Dallas co-wrote Silverado For Sale, with Luke’s other mate Ben Hayslip (which is Peach Pickers bingo!!). The song is identical to the recent Tim McGraw song 7500 OBO, Thomas Rhett’s That Old Truck or Jason Aldean’s If My Truck Could Talk. Maybe the algorithm will throw those up when someone searches for ‘country songs about vehicles’. That isn’t to deny that the song is great, with a Middle of the Dirt Road groove.
Luke Bryan could well have recorded Me On Whiskey, one of many songs which mention a jukebox – spot them all and win a free shot of JD! A rewrite of Luke’s Strip It Down with even more foreplay and containing the same number of chords (two), a lady in a red dress and Morgan, probably with his cut-off denim shirt, get ‘tipsy in the neon light’ and probably end up making love.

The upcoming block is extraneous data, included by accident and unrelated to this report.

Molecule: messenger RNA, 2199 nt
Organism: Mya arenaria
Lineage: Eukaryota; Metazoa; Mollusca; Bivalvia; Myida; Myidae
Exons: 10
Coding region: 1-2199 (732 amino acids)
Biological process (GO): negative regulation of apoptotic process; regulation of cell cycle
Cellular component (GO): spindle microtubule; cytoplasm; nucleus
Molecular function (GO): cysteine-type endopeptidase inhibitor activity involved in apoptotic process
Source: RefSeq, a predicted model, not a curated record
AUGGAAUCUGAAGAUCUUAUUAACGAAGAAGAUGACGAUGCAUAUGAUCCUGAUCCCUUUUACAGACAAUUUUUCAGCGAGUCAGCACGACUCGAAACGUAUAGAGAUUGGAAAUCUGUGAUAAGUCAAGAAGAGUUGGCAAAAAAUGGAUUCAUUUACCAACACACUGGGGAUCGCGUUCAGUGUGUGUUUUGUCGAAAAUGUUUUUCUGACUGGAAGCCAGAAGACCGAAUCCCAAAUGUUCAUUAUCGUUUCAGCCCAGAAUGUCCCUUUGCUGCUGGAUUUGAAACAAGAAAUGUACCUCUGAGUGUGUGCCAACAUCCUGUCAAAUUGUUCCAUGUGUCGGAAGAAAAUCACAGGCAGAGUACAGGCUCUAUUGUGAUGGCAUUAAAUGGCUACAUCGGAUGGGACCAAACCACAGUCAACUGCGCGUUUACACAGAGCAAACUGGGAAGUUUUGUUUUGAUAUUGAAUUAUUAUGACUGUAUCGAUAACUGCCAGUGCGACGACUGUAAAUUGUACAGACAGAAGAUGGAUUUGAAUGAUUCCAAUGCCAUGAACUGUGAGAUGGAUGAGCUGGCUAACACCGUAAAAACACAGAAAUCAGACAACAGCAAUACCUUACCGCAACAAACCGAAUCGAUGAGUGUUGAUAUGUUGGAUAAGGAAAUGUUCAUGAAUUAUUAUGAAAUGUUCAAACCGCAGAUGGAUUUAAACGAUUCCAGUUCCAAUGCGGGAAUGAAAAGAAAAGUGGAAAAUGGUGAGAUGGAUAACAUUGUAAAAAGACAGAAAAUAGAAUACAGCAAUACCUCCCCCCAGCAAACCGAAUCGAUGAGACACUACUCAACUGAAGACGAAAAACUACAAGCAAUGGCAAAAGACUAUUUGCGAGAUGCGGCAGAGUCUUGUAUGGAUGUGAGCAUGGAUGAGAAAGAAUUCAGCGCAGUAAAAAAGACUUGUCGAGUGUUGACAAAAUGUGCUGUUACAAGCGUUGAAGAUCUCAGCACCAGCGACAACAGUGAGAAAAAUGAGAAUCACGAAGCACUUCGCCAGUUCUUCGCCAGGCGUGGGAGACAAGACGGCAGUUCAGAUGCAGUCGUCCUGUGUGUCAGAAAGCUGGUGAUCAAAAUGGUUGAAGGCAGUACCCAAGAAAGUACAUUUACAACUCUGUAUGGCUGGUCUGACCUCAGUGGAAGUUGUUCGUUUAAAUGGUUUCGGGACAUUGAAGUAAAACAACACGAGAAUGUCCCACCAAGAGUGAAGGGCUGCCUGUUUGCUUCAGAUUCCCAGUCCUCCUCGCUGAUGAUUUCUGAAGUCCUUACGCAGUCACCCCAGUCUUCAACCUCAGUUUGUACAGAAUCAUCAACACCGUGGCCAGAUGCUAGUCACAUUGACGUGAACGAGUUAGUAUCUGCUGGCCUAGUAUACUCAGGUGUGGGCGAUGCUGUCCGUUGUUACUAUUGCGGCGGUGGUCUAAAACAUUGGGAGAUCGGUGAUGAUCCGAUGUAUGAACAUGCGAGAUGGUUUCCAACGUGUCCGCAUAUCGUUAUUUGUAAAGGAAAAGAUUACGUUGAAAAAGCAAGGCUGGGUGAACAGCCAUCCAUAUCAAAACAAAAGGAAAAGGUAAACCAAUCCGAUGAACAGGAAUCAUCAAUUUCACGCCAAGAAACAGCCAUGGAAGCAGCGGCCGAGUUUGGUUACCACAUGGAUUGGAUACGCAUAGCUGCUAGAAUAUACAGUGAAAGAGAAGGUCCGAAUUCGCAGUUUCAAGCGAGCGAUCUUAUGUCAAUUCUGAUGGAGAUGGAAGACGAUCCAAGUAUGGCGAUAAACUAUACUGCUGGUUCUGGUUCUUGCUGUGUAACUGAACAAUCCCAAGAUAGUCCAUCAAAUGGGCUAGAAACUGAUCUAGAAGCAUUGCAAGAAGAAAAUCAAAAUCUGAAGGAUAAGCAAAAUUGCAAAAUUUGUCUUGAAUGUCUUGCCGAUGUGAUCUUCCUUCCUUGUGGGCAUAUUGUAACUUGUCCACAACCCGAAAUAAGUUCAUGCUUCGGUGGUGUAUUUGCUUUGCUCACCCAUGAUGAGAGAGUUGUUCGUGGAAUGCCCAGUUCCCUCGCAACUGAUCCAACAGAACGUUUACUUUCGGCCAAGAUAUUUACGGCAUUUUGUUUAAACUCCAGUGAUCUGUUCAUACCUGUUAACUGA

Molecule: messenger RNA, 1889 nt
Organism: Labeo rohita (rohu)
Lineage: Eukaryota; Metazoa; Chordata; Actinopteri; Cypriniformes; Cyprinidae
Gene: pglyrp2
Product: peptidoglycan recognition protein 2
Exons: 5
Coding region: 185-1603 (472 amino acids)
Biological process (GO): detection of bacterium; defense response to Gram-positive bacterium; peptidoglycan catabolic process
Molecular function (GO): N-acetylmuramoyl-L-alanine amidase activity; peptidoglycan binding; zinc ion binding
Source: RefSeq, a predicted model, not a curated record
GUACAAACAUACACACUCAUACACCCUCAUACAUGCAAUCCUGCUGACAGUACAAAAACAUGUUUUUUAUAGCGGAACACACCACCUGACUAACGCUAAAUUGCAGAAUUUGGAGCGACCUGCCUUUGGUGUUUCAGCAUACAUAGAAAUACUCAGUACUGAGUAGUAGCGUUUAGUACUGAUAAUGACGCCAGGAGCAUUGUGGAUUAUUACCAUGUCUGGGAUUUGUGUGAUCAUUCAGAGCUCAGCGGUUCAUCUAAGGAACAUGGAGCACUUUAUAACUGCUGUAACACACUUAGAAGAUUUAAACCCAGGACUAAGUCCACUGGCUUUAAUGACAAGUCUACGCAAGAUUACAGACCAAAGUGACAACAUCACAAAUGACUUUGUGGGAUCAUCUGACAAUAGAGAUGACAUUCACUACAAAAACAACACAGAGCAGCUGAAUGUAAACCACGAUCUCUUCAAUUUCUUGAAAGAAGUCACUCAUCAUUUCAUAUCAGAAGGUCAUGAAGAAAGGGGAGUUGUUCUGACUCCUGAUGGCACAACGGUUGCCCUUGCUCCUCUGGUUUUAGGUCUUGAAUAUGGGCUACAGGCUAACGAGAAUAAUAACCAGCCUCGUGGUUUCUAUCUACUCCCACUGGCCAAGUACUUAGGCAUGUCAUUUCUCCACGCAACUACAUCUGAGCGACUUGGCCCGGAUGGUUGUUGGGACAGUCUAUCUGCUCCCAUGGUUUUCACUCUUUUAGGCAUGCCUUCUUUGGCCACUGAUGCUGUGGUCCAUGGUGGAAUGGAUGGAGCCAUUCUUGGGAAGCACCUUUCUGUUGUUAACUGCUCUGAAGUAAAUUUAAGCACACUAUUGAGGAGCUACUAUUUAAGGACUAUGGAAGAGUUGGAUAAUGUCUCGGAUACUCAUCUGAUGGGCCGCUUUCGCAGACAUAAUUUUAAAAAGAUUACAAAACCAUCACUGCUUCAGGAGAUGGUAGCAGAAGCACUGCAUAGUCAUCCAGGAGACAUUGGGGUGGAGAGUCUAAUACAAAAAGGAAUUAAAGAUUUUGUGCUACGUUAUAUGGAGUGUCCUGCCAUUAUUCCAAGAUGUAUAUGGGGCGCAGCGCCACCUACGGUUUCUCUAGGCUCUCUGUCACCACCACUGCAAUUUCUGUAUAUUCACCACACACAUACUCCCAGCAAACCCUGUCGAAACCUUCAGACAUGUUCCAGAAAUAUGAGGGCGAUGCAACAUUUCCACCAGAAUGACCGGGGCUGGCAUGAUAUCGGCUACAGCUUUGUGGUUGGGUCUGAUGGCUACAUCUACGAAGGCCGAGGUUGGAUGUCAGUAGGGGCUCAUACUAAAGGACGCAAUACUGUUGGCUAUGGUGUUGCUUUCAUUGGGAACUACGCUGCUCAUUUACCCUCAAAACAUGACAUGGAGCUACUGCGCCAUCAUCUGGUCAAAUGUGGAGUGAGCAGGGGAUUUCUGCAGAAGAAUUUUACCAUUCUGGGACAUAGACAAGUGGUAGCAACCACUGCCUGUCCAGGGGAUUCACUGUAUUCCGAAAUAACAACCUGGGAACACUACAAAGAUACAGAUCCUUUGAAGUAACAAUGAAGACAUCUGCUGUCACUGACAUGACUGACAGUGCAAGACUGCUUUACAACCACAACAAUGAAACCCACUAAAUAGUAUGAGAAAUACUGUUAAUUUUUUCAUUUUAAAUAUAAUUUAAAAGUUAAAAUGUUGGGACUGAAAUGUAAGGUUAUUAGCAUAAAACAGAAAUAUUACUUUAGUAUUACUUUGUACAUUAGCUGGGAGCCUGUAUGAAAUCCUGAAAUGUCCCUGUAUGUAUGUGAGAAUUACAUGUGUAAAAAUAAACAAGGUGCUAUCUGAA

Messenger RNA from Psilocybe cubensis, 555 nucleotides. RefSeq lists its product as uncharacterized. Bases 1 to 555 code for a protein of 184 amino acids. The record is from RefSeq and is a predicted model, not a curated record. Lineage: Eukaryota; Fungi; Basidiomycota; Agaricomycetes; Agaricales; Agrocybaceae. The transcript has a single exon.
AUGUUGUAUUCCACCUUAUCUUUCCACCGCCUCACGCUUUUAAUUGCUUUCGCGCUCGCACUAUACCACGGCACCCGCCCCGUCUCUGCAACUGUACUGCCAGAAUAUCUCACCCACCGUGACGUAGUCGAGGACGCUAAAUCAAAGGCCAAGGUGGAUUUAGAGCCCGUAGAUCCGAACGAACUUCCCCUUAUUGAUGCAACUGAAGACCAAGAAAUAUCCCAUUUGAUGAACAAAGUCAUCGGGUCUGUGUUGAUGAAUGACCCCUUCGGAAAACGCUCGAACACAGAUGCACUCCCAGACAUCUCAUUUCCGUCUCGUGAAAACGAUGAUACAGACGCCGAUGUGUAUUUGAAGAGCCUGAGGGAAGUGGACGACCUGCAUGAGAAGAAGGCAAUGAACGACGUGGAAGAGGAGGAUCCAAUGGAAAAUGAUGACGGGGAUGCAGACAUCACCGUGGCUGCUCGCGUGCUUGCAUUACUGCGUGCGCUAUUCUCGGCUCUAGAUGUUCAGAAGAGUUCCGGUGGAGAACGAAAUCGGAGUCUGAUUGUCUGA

Whiskey’d My Way is a song Jon Pardi could have cut, with its soft shuffle and talk of ‘rock bottom’. The fact that Thomas Rhett wrote it impressed me, and I imagine TR’s forthcoming fifth album will sound sonically and lyrically very similar to much of Dangerous. Your Bartender is another Rhett composition, a co-write with dad Rhett Akins who, even though he is in his fifties, still knows what the kids like to hear. The song is full of the poppy elements of a TR song, with a second verse about beds, bibles and dreams, and I won’t spoil the killer line of the chorus. It’s a nice gift from TR to MW, the former being too cute and in love with his wife to act as a bartender and sell the song as well as Morgan does.